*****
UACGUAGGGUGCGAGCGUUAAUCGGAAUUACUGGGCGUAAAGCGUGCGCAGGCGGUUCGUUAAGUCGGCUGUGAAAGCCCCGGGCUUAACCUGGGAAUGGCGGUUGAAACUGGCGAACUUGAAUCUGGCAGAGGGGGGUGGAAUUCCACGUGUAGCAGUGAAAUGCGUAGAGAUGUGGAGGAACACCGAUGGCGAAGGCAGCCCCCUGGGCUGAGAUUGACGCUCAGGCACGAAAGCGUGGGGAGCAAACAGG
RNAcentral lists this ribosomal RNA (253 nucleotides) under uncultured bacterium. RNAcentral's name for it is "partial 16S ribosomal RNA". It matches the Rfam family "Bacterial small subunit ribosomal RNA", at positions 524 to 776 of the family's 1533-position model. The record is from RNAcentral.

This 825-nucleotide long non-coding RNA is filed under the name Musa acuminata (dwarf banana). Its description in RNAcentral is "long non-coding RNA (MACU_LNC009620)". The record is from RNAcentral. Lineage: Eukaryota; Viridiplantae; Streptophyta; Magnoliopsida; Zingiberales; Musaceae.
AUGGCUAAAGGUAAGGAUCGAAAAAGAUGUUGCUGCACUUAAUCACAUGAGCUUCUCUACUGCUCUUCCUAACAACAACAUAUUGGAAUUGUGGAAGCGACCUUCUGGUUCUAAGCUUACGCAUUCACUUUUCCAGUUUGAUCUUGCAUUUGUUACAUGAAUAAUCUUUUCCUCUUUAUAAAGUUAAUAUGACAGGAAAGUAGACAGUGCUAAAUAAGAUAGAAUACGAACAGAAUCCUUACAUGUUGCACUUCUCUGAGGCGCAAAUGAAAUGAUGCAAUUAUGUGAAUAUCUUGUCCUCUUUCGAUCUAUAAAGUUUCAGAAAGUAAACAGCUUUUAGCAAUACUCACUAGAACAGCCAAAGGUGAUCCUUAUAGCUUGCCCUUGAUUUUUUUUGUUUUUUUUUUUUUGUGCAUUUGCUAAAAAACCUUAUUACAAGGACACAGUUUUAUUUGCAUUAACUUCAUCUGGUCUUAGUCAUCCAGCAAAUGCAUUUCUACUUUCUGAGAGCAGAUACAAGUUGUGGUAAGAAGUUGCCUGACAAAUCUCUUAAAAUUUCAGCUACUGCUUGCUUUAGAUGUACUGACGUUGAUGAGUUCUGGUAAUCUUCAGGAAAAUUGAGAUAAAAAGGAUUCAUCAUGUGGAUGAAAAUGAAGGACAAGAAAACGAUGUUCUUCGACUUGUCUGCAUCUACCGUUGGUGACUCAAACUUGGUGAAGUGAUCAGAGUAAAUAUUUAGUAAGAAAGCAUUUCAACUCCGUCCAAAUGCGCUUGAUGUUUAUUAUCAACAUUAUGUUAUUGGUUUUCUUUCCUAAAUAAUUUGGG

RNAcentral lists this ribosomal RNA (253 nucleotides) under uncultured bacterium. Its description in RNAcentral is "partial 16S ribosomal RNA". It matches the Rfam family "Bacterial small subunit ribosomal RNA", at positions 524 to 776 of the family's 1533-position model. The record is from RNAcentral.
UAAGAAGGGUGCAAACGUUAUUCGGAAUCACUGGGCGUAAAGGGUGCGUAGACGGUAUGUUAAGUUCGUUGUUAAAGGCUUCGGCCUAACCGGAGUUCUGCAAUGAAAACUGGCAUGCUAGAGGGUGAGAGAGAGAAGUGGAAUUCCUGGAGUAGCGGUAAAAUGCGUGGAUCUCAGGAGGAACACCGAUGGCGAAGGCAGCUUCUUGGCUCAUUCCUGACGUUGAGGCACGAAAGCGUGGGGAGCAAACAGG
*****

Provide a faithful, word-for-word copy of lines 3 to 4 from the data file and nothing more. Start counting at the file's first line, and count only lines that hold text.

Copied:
This 825-nucleotide long non-coding RNA is filed under the name Musa acuminata (dwarf banana). Its description in RNAcentral is "long non-coding RNA (MACU_LNC009620)". The record is from RNAcentral. Lineage: Eukaryota; Viridiplantae; Streptophyta; Magnoliopsida; Zingiberales; Musaceae.
AUGGCUAAAGGUAAGGAUCGAAAAAGAUGUUGCUGCACUUAAUCACAUGAGCUUCUCUACUGCUCUUCCUAACAACAACAUAUUGGAAUUGUGGAAGCGACCUUCUGGUUCUAAGCUUACGCAUUCACUUUUCCAGUUUGAUCUUGCAUUUGUUACAUGAAUAAUCUUUUCCUCUUUAUAAAGUUAAUAUGACAGGAAAGUAGACAGUGCUAAAUAAGAUAGAAUACGAACAGAAUCCUUACAUGUUGCACUUCUCUGAGGCGCAAAUGAAAUGAUGCAAUUAUGUGAAUAUCUUGUCCUCUUUCGAUCUAUAAAGUUUCAGAAAGUAAACAGCUUUUAGCAAUACUCACUAGAACAGCCAAAGGUGAUCCUUAUAGCUUGCCCUUGAUUUUUUUUGUUUUUUUUUUUUUGUGCAUUUGCUAAAAAACCUUAUUACAAGGACACAGUUUUAUUUGCAUUAACUUCAUCUGGUCUUAGUCAUCCAGCAAAUGCAUUUCUACUUUCUGAGAGCAGAUACAAGUUGUGGUAAGAAGUUGCCUGACAAAUCUCUUAAAAUUUCAGCUACUGCUUGCUUUAGAUGUACUGACGUUGAUGAGUUCUGGUAAUCUUCAGGAAAAUUGAGAUAAAAAGGAUUCAUCAUGUGGAUGAAAAUGAAGGACAAGAAAACGAUGUUCUUCGACUUGUCUGCAUCUACCGUUGGUGACUCAAACUUGGUGAAGUGAUCAGAGUAAAUAUUUAGUAAGAAAGCAUUUCAACUCCGUCCAAAUGCGCUUGAUGUUUAUUAUCAACAUUAUGUUAUUGGUUUUCUUUCCUAAAUAAUUUGGG